Since glue can cause wood to swell where it's applied it's important to joint the pieces quickly after glue application, this is especially true for joints that have tight tolerances.


Clamping + Cauls

Once the surfaces are glued together you can clamp your work until the glue has set. When clamping it's good to apply pressure to the pieces being glued, but over-tightening can cause too much glue to squeeze out the pieces may not bond.

For some pieces you may need clamping pressure on the top and bottom to keep your pieces level or aligned. Adding straight scrap pieces to the top and bottom of your glue up, and then clamping them in place, can help keep your work stable and level. These wood pieces that transverse the glue-up on the top and bottom are called cauls.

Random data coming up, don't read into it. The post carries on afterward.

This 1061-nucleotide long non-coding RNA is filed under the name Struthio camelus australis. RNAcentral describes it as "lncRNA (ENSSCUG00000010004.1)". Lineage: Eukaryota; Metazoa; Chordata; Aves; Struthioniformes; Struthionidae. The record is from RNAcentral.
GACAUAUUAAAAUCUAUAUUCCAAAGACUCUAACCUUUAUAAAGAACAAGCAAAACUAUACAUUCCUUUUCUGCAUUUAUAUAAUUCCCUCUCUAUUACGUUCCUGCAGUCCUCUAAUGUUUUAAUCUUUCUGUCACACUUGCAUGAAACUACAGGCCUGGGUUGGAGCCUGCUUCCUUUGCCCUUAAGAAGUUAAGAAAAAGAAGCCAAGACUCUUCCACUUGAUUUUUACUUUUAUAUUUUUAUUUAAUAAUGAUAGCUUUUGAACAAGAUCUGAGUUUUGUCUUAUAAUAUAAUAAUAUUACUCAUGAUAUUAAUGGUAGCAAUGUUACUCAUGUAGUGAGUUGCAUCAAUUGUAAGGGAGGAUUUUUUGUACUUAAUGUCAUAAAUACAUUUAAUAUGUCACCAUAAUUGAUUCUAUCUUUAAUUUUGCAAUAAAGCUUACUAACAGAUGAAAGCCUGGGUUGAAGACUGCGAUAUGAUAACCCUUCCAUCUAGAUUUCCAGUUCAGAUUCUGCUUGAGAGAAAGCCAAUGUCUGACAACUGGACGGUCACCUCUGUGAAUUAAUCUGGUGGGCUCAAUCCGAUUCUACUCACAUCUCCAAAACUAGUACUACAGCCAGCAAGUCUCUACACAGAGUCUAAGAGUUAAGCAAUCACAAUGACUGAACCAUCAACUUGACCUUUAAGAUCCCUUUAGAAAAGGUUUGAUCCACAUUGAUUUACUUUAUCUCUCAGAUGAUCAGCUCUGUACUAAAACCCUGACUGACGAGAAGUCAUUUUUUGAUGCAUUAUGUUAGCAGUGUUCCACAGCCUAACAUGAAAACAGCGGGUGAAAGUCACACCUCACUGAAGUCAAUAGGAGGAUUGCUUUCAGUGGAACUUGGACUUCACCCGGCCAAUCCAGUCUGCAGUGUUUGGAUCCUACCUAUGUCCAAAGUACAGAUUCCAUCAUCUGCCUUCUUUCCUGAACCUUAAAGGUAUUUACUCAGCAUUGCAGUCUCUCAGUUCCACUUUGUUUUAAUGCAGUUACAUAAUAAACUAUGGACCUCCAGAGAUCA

Cauls added to top and bottom of clamped piece

To make things even easier for cleanup you can add a barrier of paper between the cauls and your work so you don't accidentally glue them together.

When tightening your clamps make sure not to over-tighten, which not only squeezes out all the glue, but can also dent and damage your work.

Dent in wood caused from over-tightening


Glue Cleanup From Wood

One of the best methods to remove excess glue from your work piece is to rub sawdust all over the joint. The sawdust will mix with the glue and clump together, making cleanup a breeze. You should avoid using a wet towel or sponge as moisture causes wood to swell and too much might deform your work. Sawdust is an easy and readily available solution to glue cleanup.